Nelson Mandela, Bill Gates Say Youth Can Radically Reverse AIDS in South Africa
Mandela calls for “new social revolution” to defeat epidemic
JOHANNESBURG, South Africa -- Nelson Mandela today called for a new social revolution to turn back AIDS in South Africa. The remarks came at a special youth forum on AIDS with Bill and Melinda Gates and Mandela’s wife, the former first lady of Mozambique, Graça Machel.
“South Africa has faced extraordinary challenges before, and it has prevailed,” Mr. Mandela said. “Now we must face our greatest challenge—protecting the next generation from AIDS. This will take no less than a new social revolution—one that will break the powerful stigma of AIDS so we can seek help without fear; one that will change the way we think about sex and behave so we can save our lives; one that will support government’s treatment plan to provide live saving treatment for all who need it. The challenge is to see AIDS as a crisis that requires our combined attention and efforts.”
“South Africa is an extraordinary country, poised for tremendous growth and prosperity,” said Bill Gates. “But AIDS is crippling the group that will determine South Africa’s future—its young people. It is the decisions youth make that can radically reverse this epidemic.”
At today’s forum, moderated by youth AIDS educators Vusi Tshose and Sibulele Sibaca, the two couples talked with the group of about 100 young South Africans about AIDS, sex, and the country’s future, emphasizing the urgent need to increase youth-focused HIV prevention efforts, and ensure all South Africans have access to AIDS treatment.
The growth of South Africa’s HIV/AIDS epidemic is driven primarily by infections among young people. An estimated 50 percent of all new HIV infections in the country are among children and teenagers. HIV infection rates are especially high among girls and young women—up to twice as high as among boys and young men.
“We cannot beat AIDS in South Africa or anywhere until women and girls are protected and respected,” said Melinda Gates. “That means being able to say no to sex or demand the use of a condom. It means ending rape and sexual violence. And it means developing new tools that give women the power to stop AIDS—like a microbicide.”
Adolescent girls are physiologically more vulnerable than older women or men to HIV and other sexually transmitted diseases. In addition, many young girls have sex with older men, who are more likely than young men to be infected with HIV.
Graça Machel, founder and chairperson of the Foundation for Community Development in Mozambique, and former first lady and education minister of that country, said that the continent cannot prevail against AIDS until all Africans can speak openly about the disease.
“A young man in Uganda living with AIDS told me that his greatest freedom is to live openly with AIDS. He has friends, he is not stigmatized, and his family is not ashamed,” said Mrs. Machel. “I know only a handful of families that have openly said that they have lost family members to AIDS. To overcome the stigma, we must talk about AIDS now.”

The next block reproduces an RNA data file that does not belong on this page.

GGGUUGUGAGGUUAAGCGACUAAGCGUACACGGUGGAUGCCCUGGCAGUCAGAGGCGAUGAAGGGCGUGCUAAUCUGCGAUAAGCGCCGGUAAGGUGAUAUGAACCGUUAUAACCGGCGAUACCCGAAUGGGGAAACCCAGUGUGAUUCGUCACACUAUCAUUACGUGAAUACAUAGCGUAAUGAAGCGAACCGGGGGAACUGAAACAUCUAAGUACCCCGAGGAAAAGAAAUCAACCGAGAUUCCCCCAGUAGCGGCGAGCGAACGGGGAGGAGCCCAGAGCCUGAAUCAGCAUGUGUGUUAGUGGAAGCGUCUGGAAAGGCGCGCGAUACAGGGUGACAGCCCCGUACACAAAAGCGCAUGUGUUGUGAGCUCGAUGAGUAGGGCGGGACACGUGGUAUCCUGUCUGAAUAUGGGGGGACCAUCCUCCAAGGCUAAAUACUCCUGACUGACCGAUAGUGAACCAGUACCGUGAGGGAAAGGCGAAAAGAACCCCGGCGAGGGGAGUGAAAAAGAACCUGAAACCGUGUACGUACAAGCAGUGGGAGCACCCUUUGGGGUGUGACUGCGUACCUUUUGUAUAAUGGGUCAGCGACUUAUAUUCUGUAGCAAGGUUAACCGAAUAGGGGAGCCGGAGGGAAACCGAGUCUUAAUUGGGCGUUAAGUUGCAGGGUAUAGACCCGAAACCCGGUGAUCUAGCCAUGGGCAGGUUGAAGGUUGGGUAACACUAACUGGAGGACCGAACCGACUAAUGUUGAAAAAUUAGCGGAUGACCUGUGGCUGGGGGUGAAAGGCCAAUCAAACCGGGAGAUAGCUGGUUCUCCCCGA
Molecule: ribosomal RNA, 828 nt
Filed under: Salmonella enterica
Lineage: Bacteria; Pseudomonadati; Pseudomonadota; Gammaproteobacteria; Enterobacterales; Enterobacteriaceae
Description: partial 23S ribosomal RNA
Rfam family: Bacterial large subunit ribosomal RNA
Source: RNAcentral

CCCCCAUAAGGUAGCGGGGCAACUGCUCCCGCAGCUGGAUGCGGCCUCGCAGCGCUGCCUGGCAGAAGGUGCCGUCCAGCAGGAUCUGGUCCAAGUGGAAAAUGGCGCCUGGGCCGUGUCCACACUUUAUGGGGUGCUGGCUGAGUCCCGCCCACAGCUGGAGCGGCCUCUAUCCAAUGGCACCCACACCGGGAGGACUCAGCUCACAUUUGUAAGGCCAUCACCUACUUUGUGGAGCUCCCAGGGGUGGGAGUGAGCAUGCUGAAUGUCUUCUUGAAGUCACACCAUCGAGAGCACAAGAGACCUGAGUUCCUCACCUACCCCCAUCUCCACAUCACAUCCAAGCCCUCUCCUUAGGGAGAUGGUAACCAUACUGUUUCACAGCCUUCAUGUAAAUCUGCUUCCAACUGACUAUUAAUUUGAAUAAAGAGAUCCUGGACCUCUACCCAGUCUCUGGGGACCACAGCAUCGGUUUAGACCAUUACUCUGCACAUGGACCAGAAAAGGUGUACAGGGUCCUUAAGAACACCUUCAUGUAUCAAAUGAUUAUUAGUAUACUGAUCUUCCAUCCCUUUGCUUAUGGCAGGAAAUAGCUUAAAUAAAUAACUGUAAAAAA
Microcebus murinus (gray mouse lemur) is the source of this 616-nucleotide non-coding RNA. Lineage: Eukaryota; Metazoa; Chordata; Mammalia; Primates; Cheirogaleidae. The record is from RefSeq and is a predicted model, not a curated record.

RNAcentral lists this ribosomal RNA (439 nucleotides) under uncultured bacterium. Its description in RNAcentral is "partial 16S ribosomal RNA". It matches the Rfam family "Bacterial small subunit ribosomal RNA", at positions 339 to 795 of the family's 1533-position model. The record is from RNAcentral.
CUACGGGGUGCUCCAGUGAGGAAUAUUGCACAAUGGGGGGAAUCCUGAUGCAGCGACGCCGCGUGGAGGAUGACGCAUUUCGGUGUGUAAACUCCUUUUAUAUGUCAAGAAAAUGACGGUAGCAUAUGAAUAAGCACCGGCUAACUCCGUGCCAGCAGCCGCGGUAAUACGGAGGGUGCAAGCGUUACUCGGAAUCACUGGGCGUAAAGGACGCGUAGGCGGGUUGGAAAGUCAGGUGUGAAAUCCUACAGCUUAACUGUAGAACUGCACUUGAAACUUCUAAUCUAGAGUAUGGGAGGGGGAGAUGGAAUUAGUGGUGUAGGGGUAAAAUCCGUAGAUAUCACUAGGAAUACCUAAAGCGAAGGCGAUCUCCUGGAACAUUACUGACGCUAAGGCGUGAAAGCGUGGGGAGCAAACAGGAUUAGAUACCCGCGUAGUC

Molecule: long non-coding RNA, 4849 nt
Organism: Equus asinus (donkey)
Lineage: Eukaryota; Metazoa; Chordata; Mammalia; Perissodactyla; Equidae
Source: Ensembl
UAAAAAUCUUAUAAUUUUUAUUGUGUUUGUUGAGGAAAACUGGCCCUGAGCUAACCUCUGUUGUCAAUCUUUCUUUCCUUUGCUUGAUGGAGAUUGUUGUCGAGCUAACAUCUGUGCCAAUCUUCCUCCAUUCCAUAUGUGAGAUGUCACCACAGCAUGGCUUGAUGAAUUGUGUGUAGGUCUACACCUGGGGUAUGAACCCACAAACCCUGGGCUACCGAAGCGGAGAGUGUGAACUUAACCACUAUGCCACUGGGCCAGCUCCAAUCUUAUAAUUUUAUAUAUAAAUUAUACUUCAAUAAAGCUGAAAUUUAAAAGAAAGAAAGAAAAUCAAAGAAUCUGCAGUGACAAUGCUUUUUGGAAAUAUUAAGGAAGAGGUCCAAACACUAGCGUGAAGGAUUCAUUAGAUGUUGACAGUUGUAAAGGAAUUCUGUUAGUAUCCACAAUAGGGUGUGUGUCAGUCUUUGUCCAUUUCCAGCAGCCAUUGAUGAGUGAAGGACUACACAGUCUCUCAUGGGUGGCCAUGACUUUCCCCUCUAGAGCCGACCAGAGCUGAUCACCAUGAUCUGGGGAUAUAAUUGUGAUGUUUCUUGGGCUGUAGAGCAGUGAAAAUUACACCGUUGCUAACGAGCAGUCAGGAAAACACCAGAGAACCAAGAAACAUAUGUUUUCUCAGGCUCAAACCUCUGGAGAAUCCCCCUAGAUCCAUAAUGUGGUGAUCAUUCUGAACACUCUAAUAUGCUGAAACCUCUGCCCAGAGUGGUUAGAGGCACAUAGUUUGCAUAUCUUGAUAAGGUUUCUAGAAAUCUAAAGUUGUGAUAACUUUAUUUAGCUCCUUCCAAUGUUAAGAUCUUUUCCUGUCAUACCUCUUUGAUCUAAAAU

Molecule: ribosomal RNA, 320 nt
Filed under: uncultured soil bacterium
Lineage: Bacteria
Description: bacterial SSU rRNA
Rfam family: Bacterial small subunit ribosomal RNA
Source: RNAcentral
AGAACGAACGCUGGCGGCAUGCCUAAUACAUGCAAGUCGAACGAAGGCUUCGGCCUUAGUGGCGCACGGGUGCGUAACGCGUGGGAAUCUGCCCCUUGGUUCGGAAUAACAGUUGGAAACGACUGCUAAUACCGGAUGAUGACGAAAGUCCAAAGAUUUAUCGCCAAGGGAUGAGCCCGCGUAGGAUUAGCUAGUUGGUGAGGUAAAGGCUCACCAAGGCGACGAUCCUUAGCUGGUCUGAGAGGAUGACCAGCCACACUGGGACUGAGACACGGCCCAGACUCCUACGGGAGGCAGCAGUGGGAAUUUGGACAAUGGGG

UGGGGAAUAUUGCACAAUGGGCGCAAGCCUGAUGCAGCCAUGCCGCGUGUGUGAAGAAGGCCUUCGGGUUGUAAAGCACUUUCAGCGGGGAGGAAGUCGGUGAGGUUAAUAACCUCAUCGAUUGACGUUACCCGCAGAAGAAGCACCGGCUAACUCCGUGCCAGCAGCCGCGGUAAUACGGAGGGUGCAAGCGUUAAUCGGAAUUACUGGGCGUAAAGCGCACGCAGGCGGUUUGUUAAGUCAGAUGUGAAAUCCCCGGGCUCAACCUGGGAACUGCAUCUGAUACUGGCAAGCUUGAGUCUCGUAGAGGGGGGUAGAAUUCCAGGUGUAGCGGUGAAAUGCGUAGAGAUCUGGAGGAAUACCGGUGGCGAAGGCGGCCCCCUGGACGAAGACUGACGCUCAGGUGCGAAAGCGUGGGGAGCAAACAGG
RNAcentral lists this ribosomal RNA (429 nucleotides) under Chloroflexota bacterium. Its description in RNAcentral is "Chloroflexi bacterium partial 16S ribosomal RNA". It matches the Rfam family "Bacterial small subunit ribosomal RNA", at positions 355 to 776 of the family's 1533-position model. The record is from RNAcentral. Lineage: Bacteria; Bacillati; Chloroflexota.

Experts say that expanded HIV prevention programs for youth are needed throughout sub-Saharan Africa. According to a recent report by the Global HIV Prevention Working Group—an international panel of AIDS experts convened by the Gates Foundation and the Henry J. Kaiser Family Foundation—only 8 percent of out-of-school youth in the region and about one-third of in-school youth have access to prevention programs.
UNAIDS and WHO researchers predict that if existing HIV prevention efforts – such as condom distribution, behavior change programs, treatment of sexually-transmitted infections, and HIV testing—are scaled up dramatically, 12.2 million out of 21 million projected new infections could be prevented in sub-Saharan Africa by 2010. This expanded prevention effort for the region would require approximately $573 million in additional annual spending.
Bill and Melinda Gates Visit Johannesburg Clinic, Meet with South African Leaders
Bill and Melinda Gates visited Esselen Street Clinic, which provides HIV/AIDS, STD, tuberculosis and family planning services in an impoverished section of downtown Johannesburg. The clinic, which serves a significant population of current and former sex workers in the area, is also conducting a range of research projects, including cutting-edge studies on HIV/AIDS vaccines and microbicides.
Mr. and Mrs. Gates also convened a roundtable discussion on AIDS with South African leaders. The purpose of the roundtable was to hear diverse perspectives about South Africa’s progress on AIDS, including prevention efforts and recent steps to increase access to treatment. The discussion, which included leading AIDS activists, public health experts, business executives, and religious and civic leaders, was moderated by CNN Johannesburg bureau chief Charlayne Hunter-Gault.
Mr. and Mrs. Gates are in southern Africa this week to draw attention to the impact of malaria and HIV/AIDS, and to meet with local leaders and health experts. In Mozambique yesterday, they announced $168 million in new funding to help fight malaria, which kills 3,000 African children every day. In Botswana, they will visit the African Comprehensive HIV/AIDS Partnerships (ACHAP), a national HIV/AIDS prevention and treatment program that the foundation has supported with a $50 million grant.